Do you consider yourself a religious person or a spiritual person? It was one question that came up during one of our search committee processes this summer and so I’ve been thinking about it a lot. Can we be both? A recent Christianity Today article suggested that increasingly people consider themselves either religious or spiritual.
Sometimes Presbyterians, and other heirs to the so-called “frozen chosen” traditions, think of ourselves as being religious, people of the “book,” but we might be uncomfortable calling ourselves spiritual. We might view the word “spirituality” as light weight or too touchy feely for us for some reason.
Many associate spirituality with spiritual expression in worship and wonder if that is for us. Yet the North Americans among us here have a lot to learn from the rest of the world about spiritual expression. I attended a Council on Foreign Relations religion conference last month in which a representative from the Pew Center on Religion in Public Life discussed a recent study on the incredible world-wide growth of Christian denominations that emphasize spiritual worship, such as Pentecostals.
In sub-Saharan Africa, for example, Christians made up 9% of the population in 1900, 22% in 1950 and now make up 57% of the overall population. And the great majority of those are in Pentecostal or so called spiritual denominations. In Brazil, over half of the Catholics describe themselves as charismatic in their worship. Those people who celebrate the fruits of the spirit now number one quarter of the world’s Christians. People for whom the Spirit is a central structure of their religion.
The spiritual gifts displayed in many “spiritual” churches often include speaking in tongues and faith healing, practices Reformed Christians don’t relate to easily. Many of us want to be private in our expression of faith. Yet there is much we in America can learn from Christians and all religious people around the world about spiritual expression.
On the other end of the spectrum are many post-modern members of our churches and culture who trust the spirit more than the structures of any religion. I helped lead worship at the Campus Ministry Association annual conference not too long ago and discovered that there is a lot of talk in campus ministry circles about how some young people distrust formal religion.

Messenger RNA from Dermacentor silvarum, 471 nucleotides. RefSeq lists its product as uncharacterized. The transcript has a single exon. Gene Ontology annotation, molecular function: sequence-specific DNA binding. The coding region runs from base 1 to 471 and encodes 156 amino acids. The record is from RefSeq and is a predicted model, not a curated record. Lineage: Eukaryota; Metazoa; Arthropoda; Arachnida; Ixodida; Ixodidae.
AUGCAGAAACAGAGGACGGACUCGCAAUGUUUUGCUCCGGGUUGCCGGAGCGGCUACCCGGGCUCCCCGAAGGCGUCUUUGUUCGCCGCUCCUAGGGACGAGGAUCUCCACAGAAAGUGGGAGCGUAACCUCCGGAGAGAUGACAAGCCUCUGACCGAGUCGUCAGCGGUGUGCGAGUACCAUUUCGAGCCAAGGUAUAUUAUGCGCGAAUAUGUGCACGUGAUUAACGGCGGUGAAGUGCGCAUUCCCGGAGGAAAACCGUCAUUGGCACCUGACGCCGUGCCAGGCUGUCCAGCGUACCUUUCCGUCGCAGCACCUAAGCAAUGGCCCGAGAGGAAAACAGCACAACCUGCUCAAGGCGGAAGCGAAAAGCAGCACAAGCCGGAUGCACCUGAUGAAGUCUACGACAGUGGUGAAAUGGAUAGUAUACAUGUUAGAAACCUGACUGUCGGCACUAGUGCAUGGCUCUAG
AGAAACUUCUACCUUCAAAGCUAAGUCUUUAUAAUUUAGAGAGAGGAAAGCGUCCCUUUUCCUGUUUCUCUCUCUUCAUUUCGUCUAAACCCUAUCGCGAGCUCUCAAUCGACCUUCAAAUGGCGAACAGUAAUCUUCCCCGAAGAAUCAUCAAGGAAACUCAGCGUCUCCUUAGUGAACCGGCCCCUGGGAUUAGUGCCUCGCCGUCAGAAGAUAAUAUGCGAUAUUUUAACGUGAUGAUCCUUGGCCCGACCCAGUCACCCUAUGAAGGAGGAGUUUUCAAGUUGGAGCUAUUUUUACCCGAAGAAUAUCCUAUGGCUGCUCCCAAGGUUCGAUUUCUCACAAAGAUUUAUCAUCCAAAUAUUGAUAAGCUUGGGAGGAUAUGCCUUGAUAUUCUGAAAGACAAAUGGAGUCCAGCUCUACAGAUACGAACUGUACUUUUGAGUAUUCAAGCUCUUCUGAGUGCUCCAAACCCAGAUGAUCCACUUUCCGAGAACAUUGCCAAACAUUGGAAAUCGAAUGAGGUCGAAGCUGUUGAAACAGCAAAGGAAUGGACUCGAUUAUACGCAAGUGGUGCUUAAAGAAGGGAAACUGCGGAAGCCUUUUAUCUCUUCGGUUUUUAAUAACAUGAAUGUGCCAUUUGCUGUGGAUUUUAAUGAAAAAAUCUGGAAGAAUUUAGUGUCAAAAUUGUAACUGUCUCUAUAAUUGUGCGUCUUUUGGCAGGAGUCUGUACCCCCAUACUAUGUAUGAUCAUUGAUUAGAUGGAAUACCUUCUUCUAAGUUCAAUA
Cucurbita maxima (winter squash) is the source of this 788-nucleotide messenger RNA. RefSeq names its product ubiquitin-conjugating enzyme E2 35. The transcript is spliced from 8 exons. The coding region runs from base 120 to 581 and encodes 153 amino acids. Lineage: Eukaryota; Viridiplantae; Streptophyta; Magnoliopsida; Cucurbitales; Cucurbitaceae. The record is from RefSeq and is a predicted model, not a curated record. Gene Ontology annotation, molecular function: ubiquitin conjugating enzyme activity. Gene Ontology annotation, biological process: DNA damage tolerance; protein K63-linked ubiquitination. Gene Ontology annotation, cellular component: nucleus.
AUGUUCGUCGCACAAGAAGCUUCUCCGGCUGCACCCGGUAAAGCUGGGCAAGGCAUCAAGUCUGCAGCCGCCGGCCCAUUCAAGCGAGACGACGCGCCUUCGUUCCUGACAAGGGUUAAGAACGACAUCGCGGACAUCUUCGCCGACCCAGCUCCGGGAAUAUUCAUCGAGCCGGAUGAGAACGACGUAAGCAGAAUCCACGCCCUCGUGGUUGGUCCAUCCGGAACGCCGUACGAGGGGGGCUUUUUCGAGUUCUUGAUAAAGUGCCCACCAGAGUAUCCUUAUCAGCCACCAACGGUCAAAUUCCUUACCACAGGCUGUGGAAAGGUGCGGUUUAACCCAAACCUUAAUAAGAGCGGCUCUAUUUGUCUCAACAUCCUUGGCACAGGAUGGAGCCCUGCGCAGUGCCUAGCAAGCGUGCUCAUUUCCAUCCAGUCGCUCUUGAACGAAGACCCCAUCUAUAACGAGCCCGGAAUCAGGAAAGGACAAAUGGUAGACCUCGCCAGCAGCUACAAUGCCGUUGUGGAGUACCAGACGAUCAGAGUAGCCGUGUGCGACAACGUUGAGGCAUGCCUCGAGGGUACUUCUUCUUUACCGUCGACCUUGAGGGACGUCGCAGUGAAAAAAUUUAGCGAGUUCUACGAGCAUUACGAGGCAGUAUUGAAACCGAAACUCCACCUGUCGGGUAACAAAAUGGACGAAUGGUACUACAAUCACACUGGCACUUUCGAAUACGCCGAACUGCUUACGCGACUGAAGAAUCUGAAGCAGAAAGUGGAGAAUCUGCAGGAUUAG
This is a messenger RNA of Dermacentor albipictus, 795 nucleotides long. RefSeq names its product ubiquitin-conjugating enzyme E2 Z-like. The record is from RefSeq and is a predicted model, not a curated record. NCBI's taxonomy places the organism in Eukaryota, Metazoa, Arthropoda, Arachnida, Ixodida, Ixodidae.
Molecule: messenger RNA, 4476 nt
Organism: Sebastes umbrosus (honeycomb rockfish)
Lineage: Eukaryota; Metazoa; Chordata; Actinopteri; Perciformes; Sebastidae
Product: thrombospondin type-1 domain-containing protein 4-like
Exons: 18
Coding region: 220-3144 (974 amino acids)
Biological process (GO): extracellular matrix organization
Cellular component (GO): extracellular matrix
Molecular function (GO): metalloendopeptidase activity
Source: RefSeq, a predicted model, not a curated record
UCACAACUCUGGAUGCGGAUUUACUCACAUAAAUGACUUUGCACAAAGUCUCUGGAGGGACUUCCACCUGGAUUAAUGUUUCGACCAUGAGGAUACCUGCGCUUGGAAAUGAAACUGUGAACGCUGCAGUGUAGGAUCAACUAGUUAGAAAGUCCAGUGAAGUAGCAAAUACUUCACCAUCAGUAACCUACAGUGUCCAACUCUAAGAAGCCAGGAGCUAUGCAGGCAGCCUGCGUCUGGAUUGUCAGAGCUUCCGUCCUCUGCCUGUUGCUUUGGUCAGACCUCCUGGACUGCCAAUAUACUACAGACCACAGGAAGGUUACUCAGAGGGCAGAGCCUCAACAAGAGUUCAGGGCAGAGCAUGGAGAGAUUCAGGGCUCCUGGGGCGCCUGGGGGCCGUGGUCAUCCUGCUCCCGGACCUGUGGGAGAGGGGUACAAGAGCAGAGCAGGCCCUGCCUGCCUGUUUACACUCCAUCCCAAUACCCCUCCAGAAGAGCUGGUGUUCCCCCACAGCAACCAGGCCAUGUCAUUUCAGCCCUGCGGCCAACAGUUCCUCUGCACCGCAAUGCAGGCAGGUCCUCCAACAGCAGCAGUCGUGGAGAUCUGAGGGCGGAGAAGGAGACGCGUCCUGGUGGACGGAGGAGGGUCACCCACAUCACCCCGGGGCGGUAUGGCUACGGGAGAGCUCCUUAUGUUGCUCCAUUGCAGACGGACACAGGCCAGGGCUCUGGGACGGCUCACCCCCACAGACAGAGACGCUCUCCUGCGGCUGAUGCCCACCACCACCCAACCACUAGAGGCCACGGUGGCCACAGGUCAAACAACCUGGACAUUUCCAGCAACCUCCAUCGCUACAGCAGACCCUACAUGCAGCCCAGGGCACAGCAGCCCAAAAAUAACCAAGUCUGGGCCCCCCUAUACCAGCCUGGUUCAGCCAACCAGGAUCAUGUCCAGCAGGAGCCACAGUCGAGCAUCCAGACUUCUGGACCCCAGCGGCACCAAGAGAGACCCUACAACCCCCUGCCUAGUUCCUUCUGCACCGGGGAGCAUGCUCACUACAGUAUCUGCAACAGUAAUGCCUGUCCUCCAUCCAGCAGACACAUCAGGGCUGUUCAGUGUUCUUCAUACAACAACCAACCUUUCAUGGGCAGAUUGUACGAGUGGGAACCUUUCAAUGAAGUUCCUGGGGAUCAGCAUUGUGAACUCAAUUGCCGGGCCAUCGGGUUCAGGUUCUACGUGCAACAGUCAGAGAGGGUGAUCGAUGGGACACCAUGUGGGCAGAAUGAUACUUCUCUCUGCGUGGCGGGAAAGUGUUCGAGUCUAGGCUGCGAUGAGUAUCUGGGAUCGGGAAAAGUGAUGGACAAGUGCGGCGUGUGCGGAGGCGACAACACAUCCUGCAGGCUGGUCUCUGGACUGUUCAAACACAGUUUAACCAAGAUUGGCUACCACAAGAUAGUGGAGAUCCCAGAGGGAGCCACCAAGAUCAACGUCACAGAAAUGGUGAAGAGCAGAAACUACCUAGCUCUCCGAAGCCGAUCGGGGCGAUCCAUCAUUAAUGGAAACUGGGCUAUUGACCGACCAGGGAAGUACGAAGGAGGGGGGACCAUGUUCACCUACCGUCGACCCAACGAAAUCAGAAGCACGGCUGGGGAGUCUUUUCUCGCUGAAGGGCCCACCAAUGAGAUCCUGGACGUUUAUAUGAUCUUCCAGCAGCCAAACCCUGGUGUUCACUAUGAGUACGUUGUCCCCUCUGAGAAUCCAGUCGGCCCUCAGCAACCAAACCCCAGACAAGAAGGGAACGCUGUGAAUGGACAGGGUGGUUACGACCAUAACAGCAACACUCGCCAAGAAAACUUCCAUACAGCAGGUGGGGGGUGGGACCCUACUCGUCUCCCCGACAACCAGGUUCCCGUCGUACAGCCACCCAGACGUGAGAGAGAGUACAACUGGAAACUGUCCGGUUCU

In his book The Heart of Christianity: Rediscovering a Life of Faith, Marcus Borg writes that he asks his Oregon State University students each year about their impressions of religion and increasingly students answer that formal religion is “literalistic, self-righteous, and judgmental.” So they don’t want to be included in such groups. They prefer private, spiritual faith.
When I was a campus minister at Georgetown and American Universities, I heard that view echoed by many students who describe themselves as “spiritual, but not religious.” Some reported that “religion divides, but everyone has a private spiritual side,” and they feel spirituality unites.
And individual spirituality is very important. Think about how the Holy Spirit came to humanity in our tradition. The Book of Genesis tells us that when God created humanity, God breathed God’s spirit into each individual. The spirit of God is deeply personal. It is at our core. Your private spirituality is important. We affirm that that Spirit is present for the individual at the moment of their baptism.
And so spirituality works, not because it gets us out of the rules of our religion, but because it connects us to the heart of our Christian religion.
Christ came not to abolish the law but to fulfill it, for Christ Himself provides a model for us. Our religion offers that the structures and morals of our faith exist not so that we can say we are decent, in order, and following an order, but so we are clear on who it is we are following. Jesus’ followers were called disciples because they practiced disciplines and repeated practices to become more like Christ. Being spiritual without a purpose or core behind it can leave us empty.